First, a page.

Administration

An Anti-Hate Group Has This Advice for When the Alt-Right Comes to Campus

August 10, 2017

Julia Robinson for The Chronicle
Richard Spencer, a leader of the white supremacist "alt-right" movement, visited the campus of Texas A&M U. at College Station last fall. The SPLC is offering guidance to students who oppose speakers with views like his.

For universities, the new academic year has nearly arrived. If it’s anything like last year, controversial speakers will be a consistent challenge for administrators and students alike.

More often than not, the speakers that generate the most controversy are those labeled right-wing reactionaries by their critics. Last fall, Richard Spencer, a white nationalist, launched a speaking tour to recruit college students to the alt-right, a loose group of white supremacists and online agitators. His speech at Texas A&M University at College Station saw protest become physical, a turn that would become common throughout the coming months.

The Southern Poverty Law Center wants to help students oppose hate speech without creating a spectacle that can be exploited.

During a visit to the University of California at Berkeley in February, the far-right provocateur Milo Yiannopoulos was greeted by masked protesters who smashed windows and set fires on the campus. Weeks earlier, a man was shot during a protest of a speech by Mr. Yiannopoulos at the University of Washington.

The Southern Poverty Law Center, a nonprofit organization that monitors hate groups, wants to reduce the number of these protests gone awry. To that end, the center, which also monitored cases of anti-immigrant and race-based harassment after the presidential election, has issued a 20-page report with advice for students on how best to respond when a controversial speaker from the alt-right comes to campus. The guide, titled "The Alt-Right on Campus: What Students Need to Know," is geared toward student activists, but it also has relevance to administrators and faculty members on dealing with contentious speakers. Here are a few highlights:

Just ignore the event.

The spectacles created by counterprotesters, says Lecia Brooks, the SPLC’s outreach director, only serve to embolden the speakers and allow them to portray themselves as victims.

"The best response is not to show up at all," Ms. Brooks said. "It is the better strategy."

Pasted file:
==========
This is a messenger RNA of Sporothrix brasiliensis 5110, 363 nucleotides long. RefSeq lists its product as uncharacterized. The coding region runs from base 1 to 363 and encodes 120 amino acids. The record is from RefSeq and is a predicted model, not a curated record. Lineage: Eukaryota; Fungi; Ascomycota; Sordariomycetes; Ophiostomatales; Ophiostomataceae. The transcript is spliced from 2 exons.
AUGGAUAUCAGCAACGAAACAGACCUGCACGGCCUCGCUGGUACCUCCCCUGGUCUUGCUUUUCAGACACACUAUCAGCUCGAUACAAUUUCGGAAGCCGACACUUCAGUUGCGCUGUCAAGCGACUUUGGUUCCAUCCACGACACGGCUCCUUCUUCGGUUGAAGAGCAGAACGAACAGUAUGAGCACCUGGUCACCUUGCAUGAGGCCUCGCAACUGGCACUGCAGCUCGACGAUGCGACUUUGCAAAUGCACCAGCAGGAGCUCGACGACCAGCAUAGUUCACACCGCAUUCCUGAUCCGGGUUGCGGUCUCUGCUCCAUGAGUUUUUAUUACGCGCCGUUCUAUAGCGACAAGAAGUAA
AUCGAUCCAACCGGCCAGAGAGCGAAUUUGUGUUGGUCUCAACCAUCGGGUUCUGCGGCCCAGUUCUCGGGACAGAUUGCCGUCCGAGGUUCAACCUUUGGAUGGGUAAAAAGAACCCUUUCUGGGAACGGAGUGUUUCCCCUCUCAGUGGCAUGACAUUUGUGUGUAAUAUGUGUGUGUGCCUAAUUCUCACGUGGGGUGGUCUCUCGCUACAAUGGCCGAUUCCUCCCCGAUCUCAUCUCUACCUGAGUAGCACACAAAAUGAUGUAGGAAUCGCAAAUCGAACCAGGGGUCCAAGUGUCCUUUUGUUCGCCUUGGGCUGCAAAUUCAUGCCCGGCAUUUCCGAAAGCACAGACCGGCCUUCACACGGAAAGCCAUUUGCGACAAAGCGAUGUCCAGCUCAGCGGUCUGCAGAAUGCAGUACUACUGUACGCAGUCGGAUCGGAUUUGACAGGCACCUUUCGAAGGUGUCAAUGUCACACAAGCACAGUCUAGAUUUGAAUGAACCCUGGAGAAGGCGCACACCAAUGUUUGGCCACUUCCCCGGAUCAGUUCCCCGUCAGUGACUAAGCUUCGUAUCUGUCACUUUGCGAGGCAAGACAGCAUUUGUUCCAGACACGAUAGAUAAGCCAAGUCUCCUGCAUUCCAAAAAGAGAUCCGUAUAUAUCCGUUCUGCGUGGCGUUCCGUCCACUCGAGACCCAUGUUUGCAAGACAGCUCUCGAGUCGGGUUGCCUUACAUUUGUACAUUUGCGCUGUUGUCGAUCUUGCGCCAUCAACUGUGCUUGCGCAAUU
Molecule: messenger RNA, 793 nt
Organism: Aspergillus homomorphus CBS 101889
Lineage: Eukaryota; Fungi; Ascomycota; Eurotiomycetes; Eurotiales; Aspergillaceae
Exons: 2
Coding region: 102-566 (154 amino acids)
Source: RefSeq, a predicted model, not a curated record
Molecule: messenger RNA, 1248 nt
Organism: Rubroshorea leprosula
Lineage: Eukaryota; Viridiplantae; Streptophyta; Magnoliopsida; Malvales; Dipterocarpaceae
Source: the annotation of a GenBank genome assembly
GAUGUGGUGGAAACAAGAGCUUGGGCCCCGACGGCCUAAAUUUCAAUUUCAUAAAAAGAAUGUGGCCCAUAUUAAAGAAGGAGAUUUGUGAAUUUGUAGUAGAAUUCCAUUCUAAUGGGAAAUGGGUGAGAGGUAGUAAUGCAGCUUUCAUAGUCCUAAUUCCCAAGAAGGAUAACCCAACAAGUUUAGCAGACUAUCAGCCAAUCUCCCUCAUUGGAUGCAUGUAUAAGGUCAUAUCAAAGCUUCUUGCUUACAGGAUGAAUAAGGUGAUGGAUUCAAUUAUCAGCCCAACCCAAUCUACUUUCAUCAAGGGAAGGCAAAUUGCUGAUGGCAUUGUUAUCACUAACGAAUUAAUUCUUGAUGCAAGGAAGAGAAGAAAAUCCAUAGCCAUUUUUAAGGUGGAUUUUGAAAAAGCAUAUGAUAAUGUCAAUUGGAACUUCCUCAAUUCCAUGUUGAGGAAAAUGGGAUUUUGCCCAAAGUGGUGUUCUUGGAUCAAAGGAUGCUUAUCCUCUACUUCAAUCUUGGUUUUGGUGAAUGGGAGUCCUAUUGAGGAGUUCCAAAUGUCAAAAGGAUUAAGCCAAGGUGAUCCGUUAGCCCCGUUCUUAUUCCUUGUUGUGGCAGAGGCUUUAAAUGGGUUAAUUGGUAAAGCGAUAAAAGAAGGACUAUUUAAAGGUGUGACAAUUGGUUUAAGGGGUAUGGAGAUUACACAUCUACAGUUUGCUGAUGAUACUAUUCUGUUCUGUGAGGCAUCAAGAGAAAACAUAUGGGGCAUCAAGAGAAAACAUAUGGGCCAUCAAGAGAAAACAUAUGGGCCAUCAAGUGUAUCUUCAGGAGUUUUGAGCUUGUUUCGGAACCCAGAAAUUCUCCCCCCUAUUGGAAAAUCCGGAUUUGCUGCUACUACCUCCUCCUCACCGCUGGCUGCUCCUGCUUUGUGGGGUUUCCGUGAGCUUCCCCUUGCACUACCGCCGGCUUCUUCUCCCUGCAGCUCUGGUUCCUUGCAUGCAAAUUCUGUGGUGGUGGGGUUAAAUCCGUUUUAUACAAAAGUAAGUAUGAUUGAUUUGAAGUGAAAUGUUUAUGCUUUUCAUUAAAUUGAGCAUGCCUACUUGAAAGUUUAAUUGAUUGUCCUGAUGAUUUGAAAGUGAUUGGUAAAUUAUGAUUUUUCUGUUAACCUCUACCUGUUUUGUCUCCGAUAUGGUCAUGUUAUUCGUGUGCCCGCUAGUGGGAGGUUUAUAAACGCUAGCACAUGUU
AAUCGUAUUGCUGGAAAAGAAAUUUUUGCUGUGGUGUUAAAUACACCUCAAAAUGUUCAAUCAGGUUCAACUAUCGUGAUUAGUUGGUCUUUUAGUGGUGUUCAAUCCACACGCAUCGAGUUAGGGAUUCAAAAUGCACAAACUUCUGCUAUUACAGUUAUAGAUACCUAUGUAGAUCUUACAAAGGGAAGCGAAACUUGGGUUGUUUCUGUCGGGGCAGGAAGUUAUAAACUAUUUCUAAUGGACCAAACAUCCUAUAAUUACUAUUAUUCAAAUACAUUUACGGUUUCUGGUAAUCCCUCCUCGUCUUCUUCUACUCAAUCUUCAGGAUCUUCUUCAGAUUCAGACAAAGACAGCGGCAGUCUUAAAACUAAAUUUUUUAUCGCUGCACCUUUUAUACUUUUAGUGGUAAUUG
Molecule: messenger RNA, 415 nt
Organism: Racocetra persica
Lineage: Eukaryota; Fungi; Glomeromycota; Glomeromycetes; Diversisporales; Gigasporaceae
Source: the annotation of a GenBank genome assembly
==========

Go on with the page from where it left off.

That’s the same advice Teresa Sullivan, president of the University of Virginia, gave to the UVa community regarding a gathering of white-nationalists in Charlottesville, planned for this Saturday.

"To approach the rally and confront the activists would only satisfy their craving for spectacle," she wrote. "They believe that your counterprotest helps their cause."

A similar approach was adopted at Texas A&M when Mr. Spencer came to its campus in December. University leaders organized a competing event, "Aggies United," away from Mr. Spencer’s speech, though police officers in riot gear still had to stop some protesters from trying to enter the building where he was speaking.

Ask college leaders to denounce the speaker.

While it might be tempting for administrators to try and cancel the event, that could lead to even more attention for the speaker, Ms. Brooks said. That’s what happened at Auburn University when Mr. Spencer visited its campus in April. The university had tried to prevent him from speaking, but a judge ruled against that decision. Ms. Brooks said the event attracted more attention as a result.

Or consider Berkeley’s juggling of Ann Coulter’s ultimately canceled speech. That caused plenty headaches, even though she never spoke at the campus.

Instead, the SPLC report suggests that student activists ask the administration to denounce the speaker’s message. Michael K. Young, the Texas A&M president, called Mr. Spencer’s racist message "beneath contempt" when the white nationalist visited that campus.

Talk to the group hosting the event.

It’s easy to forget that these speakers don’t materialize out of thin air, but rather are invited ­— often by other students, who can have mixed motives. The views of students who invite a controversial speaker may not correspond with those of the speaker.

That was the case when Mr. Yiannopoulos visited the University of Washington. A leader of the College Republicans chapter that had invited him told The Chronicle that student organizers had wanted a tamer conservative speaker, Ben Shapiro, to speak at the college, but they couldn’t afford his $10,000 fee. Mr. Yiannopoulos came free of charge.

And the dean of students at Wake Forest University was able to convince the College Republicans there to bring in Roger Stone instead of Mr. Yiannopoulos. The group’s goal had really been to get more conservative viewpoints on campus, not necessarily to endorse Mr. Yiannopoulos.

The Southern Poverty Law Center encourages people to try and suss out the host group’s motivation for bringing a controversial speaker to campus. For more of its insights, including a who’s who in the alt-right and other tips on how to quell the storm a controversial speaker brings, check out the full report.

Chris Quintana is a breaking-news reporter. Follow him on Twitter @cquintanadc or email him at chris.quintana@chronicle.com.